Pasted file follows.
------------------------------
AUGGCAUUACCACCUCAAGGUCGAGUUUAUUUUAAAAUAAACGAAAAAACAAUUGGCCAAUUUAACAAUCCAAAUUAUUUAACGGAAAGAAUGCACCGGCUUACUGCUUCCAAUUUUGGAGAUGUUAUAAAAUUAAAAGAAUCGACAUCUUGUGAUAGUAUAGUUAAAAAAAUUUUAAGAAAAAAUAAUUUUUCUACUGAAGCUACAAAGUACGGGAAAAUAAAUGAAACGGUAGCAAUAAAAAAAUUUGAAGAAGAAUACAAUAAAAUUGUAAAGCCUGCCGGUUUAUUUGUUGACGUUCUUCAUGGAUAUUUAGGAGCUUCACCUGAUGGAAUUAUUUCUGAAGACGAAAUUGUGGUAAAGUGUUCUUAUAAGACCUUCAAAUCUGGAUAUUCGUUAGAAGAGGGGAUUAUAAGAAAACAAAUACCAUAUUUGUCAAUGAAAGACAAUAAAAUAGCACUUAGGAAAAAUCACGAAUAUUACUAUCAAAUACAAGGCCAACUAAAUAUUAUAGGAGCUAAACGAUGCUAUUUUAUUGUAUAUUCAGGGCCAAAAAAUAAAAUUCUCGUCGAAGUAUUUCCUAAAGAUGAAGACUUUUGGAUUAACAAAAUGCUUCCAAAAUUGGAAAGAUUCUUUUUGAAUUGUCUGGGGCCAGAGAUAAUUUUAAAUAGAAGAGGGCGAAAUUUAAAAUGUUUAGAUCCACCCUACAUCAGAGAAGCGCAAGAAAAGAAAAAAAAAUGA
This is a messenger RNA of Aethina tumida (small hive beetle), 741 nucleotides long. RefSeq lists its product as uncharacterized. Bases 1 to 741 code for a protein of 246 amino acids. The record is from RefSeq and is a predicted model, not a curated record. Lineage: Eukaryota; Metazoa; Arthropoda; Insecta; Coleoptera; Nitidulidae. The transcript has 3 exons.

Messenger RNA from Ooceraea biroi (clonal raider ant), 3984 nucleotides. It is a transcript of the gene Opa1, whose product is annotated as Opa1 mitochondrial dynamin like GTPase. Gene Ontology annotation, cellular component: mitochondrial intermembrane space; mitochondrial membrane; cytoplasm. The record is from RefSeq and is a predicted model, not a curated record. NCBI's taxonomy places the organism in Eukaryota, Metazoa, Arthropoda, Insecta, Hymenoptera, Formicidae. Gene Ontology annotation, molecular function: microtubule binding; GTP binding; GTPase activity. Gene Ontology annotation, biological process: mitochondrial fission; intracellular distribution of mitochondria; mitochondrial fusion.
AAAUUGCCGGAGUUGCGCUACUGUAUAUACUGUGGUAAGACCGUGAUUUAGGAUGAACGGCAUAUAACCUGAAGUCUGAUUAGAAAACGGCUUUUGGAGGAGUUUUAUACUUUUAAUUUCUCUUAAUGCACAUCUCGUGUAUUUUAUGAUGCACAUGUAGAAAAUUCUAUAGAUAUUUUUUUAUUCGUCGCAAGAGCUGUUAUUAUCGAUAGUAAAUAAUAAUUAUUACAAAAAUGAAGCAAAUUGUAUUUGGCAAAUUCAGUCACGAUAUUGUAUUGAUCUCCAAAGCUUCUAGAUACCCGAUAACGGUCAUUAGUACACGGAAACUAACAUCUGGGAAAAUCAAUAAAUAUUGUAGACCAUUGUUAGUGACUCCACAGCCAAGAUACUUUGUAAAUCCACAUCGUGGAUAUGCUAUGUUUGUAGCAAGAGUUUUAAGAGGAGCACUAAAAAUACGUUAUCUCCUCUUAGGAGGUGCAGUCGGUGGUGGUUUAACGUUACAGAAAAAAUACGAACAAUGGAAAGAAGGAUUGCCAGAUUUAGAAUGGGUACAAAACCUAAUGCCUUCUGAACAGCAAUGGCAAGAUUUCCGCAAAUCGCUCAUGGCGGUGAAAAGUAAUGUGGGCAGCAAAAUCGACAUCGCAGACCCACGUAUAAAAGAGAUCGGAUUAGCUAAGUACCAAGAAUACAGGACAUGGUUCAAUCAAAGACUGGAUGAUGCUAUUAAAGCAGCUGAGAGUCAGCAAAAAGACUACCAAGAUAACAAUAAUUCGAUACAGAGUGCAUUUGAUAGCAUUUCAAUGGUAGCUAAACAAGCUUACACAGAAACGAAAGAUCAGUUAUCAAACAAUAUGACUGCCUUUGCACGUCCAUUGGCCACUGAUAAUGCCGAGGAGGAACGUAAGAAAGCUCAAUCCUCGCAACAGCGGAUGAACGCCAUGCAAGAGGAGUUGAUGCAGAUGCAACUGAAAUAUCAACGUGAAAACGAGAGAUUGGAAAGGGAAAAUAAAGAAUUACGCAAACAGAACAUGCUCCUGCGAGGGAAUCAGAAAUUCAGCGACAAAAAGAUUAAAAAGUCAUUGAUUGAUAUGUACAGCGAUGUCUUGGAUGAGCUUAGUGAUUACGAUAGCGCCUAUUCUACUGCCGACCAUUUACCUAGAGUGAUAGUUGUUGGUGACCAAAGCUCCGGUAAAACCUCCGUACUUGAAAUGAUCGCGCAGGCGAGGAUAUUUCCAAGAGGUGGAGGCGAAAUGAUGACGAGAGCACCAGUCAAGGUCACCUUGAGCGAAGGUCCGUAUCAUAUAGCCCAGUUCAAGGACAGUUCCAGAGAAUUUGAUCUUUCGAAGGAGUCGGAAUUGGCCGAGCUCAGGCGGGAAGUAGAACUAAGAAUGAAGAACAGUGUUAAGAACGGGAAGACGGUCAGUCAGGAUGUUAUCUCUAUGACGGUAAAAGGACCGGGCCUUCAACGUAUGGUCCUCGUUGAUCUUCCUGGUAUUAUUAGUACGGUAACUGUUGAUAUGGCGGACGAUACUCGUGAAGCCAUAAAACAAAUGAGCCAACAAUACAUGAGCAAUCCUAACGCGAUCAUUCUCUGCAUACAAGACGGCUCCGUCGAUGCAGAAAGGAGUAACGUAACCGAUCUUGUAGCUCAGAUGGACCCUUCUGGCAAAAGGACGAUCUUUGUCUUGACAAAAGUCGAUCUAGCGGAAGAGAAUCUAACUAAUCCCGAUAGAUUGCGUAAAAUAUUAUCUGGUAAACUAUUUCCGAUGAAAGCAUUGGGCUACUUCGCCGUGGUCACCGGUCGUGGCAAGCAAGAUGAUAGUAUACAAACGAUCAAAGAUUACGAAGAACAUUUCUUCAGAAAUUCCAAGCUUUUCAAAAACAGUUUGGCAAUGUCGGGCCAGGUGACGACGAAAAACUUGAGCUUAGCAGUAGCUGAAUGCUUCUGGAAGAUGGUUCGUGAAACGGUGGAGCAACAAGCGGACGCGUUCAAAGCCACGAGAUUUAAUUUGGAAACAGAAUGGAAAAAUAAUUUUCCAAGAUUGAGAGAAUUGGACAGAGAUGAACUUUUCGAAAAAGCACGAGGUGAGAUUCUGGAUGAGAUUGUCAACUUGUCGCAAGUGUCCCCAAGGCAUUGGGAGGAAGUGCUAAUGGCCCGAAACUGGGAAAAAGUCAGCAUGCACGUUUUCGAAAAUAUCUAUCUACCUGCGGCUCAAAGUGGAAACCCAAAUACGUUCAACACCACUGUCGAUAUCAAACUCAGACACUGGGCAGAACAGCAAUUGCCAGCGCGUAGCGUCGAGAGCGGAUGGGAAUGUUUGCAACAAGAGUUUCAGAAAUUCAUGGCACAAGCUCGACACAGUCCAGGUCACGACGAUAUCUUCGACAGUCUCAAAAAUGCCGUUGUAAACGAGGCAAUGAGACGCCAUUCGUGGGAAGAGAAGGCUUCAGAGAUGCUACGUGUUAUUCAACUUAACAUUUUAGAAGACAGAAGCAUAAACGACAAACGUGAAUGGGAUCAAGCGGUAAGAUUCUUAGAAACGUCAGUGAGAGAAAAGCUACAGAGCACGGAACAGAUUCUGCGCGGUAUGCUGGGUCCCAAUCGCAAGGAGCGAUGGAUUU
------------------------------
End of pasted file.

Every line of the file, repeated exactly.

AUGGCAUUACCACCUCAAGGUCGAGUUUAUUUUAAAAUAAACGAAAAAACAAUUGGCCAAUUUAACAAUCCAAAUUAUUUAACGGAAAGAAUGCACCGGCUUACUGCUUCCAAUUUUGGAGAUGUUAUAAAAUUAAAAGAAUCGACAUCUUGUGAUAGUAUAGUUAAAAAAAUUUUAAGAAAAAAUAAUUUUUCUACUGAAGCUACAAAGUACGGGAAAAUAAAUGAAACGGUAGCAAUAAAAAAAUUUGAAGAAGAAUACAAUAAAAUUGUAAAGCCUGCCGGUUUAUUUGUUGACGUUCUUCAUGGAUAUUUAGGAGCUUCACCUGAUGGAAUUAUUUCUGAAGACGAAAUUGUGGUAAAGUGUUCUUAUAAGACCUUCAAAUCUGGAUAUUCGUUAGAAGAGGGGAUUAUAAGAAAACAAAUACCAUAUUUGUCAAUGAAAGACAAUAAAAUAGCACUUAGGAAAAAUCACGAAUAUUACUAUCAAAUACAAGGCCAACUAAAUAUUAUAGGAGCUAAACGAUGCUAUUUUAUUGUAUAUUCAGGGCCAAAAAAUAAAAUUCUCGUCGAAGUAUUUCCUAAAGAUGAAGACUUUUGGAUUAACAAAAUGCUUCCAAAAUUGGAAAGAUUCUUUUUGAAUUGUCUGGGGCCAGAGAUAAUUUUAAAUAGAAGAGGGCGAAAUUUAAAAUGUUUAGAUCCACCCUACAUCAGAGAAGCGCAAGAAAAGAAAAAAAAAUGA
This is a messenger RNA of Aethina tumida (small hive beetle), 741 nucleotides long. RefSeq lists its product as uncharacterized. Bases 1 to 741 code for a protein of 246 amino acids. The record is from RefSeq and is a predicted model, not a curated record. Lineage: Eukaryota; Metazoa; Arthropoda; Insecta; Coleoptera; Nitidulidae. The transcript has 3 exons.

Messenger RNA from Ooceraea biroi (clonal raider ant), 3984 nucleotides. It is a transcript of the gene Opa1, whose product is annotated as Opa1 mitochondrial dynamin like GTPase. Gene Ontology annotation, cellular component: mitochondrial intermembrane space; mitochondrial membrane; cytoplasm. The record is from RefSeq and is a predicted model, not a curated record. NCBI's taxonomy places the organism in Eukaryota, Metazoa, Arthropoda, Insecta, Hymenoptera, Formicidae. Gene Ontology annotation, molecular function: microtubule binding; GTP binding; GTPase activity. Gene Ontology annotation, biological process: mitochondrial fission; intracellular distribution of mitochondria; mitochondrial fusion.
AAAUUGCCGGAGUUGCGCUACUGUAUAUACUGUGGUAAGACCGUGAUUUAGGAUGAACGGCAUAUAACCUGAAGUCUGAUUAGAAAACGGCUUUUGGAGGAGUUUUAUACUUUUAAUUUCUCUUAAUGCACAUCUCGUGUAUUUUAUGAUGCACAUGUAGAAAAUUCUAUAGAUAUUUUUUUAUUCGUCGCAAGAGCUGUUAUUAUCGAUAGUAAAUAAUAAUUAUUACAAAAAUGAAGCAAAUUGUAUUUGGCAAAUUCAGUCACGAUAUUGUAUUGAUCUCCAAAGCUUCUAGAUACCCGAUAACGGUCAUUAGUACACGGAAACUAACAUCUGGGAAAAUCAAUAAAUAUUGUAGACCAUUGUUAGUGACUCCACAGCCAAGAUACUUUGUAAAUCCACAUCGUGGAUAUGCUAUGUUUGUAGCAAGAGUUUUAAGAGGAGCACUAAAAAUACGUUAUCUCCUCUUAGGAGGUGCAGUCGGUGGUGGUUUAACGUUACAGAAAAAAUACGAACAAUGGAAAGAAGGAUUGCCAGAUUUAGAAUGGGUACAAAACCUAAUGCCUUCUGAACAGCAAUGGCAAGAUUUCCGCAAAUCGCUCAUGGCGGUGAAAAGUAAUGUGGGCAGCAAAAUCGACAUCGCAGACCCACGUAUAAAAGAGAUCGGAUUAGCUAAGUACCAAGAAUACAGGACAUGGUUCAAUCAAAGACUGGAUGAUGCUAUUAAAGCAGCUGAGAGUCAGCAAAAAGACUACCAAGAUAACAAUAAUUCGAUACAGAGUGCAUUUGAUAGCAUUUCAAUGGUAGCUAAACAAGCUUACACAGAAACGAAAGAUCAGUUAUCAAACAAUAUGACUGCCUUUGCACGUCCAUUGGCCACUGAUAAUGCCGAGGAGGAACGUAAGAAAGCUCAAUCCUCGCAACAGCGGAUGAACGCCAUGCAAGAGGAGUUGAUGCAGAUGCAACUGAAAUAUCAACGUGAAAACGAGAGAUUGGAAAGGGAAAAUAAAGAAUUACGCAAACAGAACAUGCUCCUGCGAGGGAAUCAGAAAUUCAGCGACAAAAAGAUUAAAAAGUCAUUGAUUGAUAUGUACAGCGAUGUCUUGGAUGAGCUUAGUGAUUACGAUAGCGCCUAUUCUACUGCCGACCAUUUACCUAGAGUGAUAGUUGUUGGUGACCAAAGCUCCGGUAAAACCUCCGUACUUGAAAUGAUCGCGCAGGCGAGGAUAUUUCCAAGAGGUGGAGGCGAAAUGAUGACGAGAGCACCAGUCAAGGUCACCUUGAGCGAAGGUCCGUAUCAUAUAGCCCAGUUCAAGGACAGUUCCAGAGAAUUUGAUCUUUCGAAGGAGUCGGAAUUGGCCGAGCUCAGGCGGGAAGUAGAACUAAGAAUGAAGAACAGUGUUAAGAACGGGAAGACGGUCAGUCAGGAUGUUAUCUCUAUGACGGUAAAAGGACCGGGCCUUCAACGUAUGGUCCUCGUUGAUCUUCCUGGUAUUAUUAGUACGGUAACUGUUGAUAUGGCGGACGAUACUCGUGAAGCCAUAAAACAAAUGAGCCAACAAUACAUGAGCAAUCCUAACGCGAUCAUUCUCUGCAUACAAGACGGCUCCGUCGAUGCAGAAAGGAGUAACGUAACCGAUCUUGUAGCUCAGAUGGACCCUUCUGGCAAAAGGACGAUCUUUGUCUUGACAAAAGUCGAUCUAGCGGAAGAGAAUCUAACUAAUCCCGAUAGAUUGCGUAAAAUAUUAUCUGGUAAACUAUUUCCGAUGAAAGCAUUGGGCUACUUCGCCGUGGUCACCGGUCGUGGCAAGCAAGAUGAUAGUAUACAAACGAUCAAAGAUUACGAAGAACAUUUCUUCAGAAAUUCCAAGCUUUUCAAAAACAGUUUGGCAAUGUCGGGCCAGGUGACGACGAAAAACUUGAGCUUAGCAGUAGCUGAAUGCUUCUGGAAGAUGGUUCGUGAAACGGUGGAGCAACAAGCGGACGCGUUCAAAGCCACGAGAUUUAAUUUGGAAACAGAAUGGAAAAAUAAUUUUCCAAGAUUGAGAGAAUUGGACAGAGAUGAACUUUUCGAAAAAGCACGAGGUGAGAUUCUGGAUGAGAUUGUCAACUUGUCGCAAGUGUCCCCAAGGCAUUGGGAGGAAGUGCUAAUGGCCCGAAACUGGGAAAAAGUCAGCAUGCACGUUUUCGAAAAUAUCUAUCUACCUGCGGCUCAAAGUGGAAACCCAAAUACGUUCAACACCACUGUCGAUAUCAAACUCAGACACUGGGCAGAACAGCAAUUGCCAGCGCGUAGCGUCGAGAGCGGAUGGGAAUGUUUGCAACAAGAGUUUCAGAAAUUCAUGGCACAAGCUCGACACAGUCCAGGUCACGACGAUAUCUUCGACAGUCUCAAAAAUGCCGUUGUAAACGAGGCAAUGAGACGCCAUUCGUGGGAAGAGAAGGCUUCAGAGAUGCUACGUGUUAUUCAACUUAACAUUUUAGAAGACAGAAGCAUAAACGACAAACGUGAAUGGGAUCAAGCGGUAAGAUUCUUAGAAACGUCAGUGAGAGAAAAGCUACAGAGCACGGAACAGAUUCUGCGCGGUAUGCUGGGUCCCAAUCGCAAGGAGCGAUGGAUUU